The $1 billion investment is the first wave of funding from the $3.5 billion in the Bipartisan Infrastructure Law to help cleanup polluted Superfund sites in communities. The backlog of previously unfunded sites that will now be receiving funding are in 24 states and territories and all 10 EPA regions, including some communities who have been waiting for cleanup for more than four years.
EPA is committed to carrying out this work in line with President Biden’s Justice40 Initiative by advancing environmental justice and incorporating equity considerations into all aspects of the Superfund cleanup process. This will help ensure that historic and ongoing impacts of contamination on overburdened communities are fully considered and addressed.
Administrator Regan visited the Lower Darby Creek Area site in Pennsylvania, one of the many sites with ongoing work that will receive a boost from the historic Bipartisan Infrastructure Law funding. Along with new construction projects, infrastructure funds will be used to accelerate ongoing work and begin cleanup at additional Superfund sites in various stages of pre-construction and planning throughout the country.
These Superfund cleanup projects will make a visible and lasting difference in communities. In one Florida community, residents have been advocating for removal of creosote-contaminated soil in their neighborhood for years. At a New York site, lead contaminated soil will be removed from people’s backyards. At a site in New Mexico, EPA will address the source area of a contaminated groundwater plume migrating towards a community.
The funds will supercharge the Superfund program to address the toll contaminated sites have on communities. EPA is finalizing cleanup plans and preparing funding mechanisms to get construction work started as soon as possible. More information about funding for backlogged sites and accelerated cleanup sites will be available in the coming weeks.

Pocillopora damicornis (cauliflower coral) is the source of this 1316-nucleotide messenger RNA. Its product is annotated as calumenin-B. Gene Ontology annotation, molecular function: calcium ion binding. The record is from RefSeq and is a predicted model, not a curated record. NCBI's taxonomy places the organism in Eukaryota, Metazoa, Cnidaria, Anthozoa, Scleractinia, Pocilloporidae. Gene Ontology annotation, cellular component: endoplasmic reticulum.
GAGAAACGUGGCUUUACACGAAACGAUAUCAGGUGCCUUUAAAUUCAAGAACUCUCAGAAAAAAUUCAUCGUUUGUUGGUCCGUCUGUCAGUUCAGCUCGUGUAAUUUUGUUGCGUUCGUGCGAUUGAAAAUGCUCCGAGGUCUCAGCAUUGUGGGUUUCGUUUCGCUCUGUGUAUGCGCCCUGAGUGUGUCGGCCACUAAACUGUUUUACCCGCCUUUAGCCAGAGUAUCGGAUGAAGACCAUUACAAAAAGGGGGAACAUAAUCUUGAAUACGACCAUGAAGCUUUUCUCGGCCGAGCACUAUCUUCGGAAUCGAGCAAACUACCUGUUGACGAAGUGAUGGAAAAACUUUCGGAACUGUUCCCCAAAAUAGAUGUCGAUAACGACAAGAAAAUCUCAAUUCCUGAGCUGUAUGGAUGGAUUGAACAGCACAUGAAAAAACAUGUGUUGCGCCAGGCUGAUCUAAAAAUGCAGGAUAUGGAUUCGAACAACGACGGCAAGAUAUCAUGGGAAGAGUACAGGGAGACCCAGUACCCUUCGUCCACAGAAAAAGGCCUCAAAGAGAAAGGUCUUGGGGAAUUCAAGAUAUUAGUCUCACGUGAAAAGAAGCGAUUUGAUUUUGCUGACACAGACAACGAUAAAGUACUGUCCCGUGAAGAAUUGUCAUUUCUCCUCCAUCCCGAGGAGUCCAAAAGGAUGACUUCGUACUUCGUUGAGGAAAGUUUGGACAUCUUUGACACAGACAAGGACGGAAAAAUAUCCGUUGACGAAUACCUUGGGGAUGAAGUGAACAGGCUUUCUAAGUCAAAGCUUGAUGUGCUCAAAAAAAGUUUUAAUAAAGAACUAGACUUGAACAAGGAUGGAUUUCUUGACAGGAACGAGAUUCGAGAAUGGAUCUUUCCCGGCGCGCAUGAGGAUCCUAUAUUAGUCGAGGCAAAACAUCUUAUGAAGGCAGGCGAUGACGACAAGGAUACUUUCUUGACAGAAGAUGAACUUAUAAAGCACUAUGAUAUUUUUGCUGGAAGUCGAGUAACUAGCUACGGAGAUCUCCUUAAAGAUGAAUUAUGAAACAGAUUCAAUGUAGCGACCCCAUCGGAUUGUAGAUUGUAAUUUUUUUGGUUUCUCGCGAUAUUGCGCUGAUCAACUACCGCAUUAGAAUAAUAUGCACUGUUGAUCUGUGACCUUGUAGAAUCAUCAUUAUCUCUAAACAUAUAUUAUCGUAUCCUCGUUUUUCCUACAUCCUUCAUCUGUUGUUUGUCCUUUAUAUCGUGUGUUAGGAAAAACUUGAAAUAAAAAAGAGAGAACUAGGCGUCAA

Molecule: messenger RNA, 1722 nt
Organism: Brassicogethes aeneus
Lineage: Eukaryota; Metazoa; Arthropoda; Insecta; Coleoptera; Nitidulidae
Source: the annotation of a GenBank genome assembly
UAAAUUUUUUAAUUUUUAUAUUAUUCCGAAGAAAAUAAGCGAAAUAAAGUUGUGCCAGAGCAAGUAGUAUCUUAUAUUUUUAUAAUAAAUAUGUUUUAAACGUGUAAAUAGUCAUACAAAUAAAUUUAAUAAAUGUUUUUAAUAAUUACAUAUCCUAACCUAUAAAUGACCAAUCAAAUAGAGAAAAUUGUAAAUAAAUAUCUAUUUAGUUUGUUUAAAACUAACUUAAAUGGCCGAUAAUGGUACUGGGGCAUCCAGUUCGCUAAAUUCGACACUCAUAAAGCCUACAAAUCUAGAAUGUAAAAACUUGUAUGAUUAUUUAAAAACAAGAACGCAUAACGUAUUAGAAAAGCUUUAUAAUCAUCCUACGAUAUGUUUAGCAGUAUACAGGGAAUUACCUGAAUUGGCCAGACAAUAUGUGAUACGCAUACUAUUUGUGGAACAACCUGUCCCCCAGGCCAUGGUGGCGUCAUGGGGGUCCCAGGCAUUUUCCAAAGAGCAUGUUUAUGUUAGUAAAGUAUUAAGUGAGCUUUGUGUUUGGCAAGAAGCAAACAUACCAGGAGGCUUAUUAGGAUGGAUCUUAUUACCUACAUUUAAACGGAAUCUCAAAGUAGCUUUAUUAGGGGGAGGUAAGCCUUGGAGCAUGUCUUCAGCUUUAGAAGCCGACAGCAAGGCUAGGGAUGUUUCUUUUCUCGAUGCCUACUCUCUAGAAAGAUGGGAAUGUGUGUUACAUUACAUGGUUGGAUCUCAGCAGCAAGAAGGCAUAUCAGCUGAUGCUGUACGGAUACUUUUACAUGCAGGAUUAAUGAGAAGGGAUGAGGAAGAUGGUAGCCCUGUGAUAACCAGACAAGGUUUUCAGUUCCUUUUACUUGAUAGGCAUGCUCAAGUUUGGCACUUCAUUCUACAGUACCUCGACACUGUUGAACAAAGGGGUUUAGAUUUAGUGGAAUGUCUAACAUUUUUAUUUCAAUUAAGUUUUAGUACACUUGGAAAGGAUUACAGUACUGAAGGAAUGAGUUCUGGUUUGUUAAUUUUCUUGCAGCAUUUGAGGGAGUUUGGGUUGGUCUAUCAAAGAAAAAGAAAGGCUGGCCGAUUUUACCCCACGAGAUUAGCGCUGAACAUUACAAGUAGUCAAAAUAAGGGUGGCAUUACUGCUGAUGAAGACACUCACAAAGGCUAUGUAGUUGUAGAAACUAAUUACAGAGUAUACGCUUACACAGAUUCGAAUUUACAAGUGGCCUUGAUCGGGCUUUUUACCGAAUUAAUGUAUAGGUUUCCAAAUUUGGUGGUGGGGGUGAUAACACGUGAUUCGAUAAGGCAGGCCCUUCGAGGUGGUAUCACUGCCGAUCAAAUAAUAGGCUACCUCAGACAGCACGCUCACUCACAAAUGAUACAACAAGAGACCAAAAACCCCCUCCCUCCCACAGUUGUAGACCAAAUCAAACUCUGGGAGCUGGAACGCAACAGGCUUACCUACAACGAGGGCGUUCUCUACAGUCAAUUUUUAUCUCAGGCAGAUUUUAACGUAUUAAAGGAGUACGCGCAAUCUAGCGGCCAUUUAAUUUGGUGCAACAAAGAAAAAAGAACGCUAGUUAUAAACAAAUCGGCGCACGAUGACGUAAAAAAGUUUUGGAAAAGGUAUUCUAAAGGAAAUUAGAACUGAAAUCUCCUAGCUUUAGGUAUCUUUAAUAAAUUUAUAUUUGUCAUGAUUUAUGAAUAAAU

In 1980, the Comprehensive Environmental Response, Compensation and Liability Act, known as Superfund, was passed. The novel law gave EPA the authority and funds to hold polluters accountable for cleaning up the most contaminated sites across the country. When no viable responsible party is found or cannot afford the cleanup, funds appropriated by Congress are used. A tax on chemical and petroleum industries provided funds to the Superfund Trust fund for Superfund cleanups up until 1995. The Bipartisan Infrastructure Law reinstates the chemical excise taxes and invests an additional $3.5 billion in environmental remediation at Superfund sites, making it one of the largest investments in American history to address the legacy pollution that harms the public health of communities and neighborhoods.
For more information and to see a list of the 49 sites to receive funding for new cleanup projects, please visit: https://www.epa.gov/superfund/superfund-sites-new-construction-projects-receive-bipartisan-infrastructure-law-funding
For more information about EPA’s Superfund program, please visit: https://www.epa.gov/superfund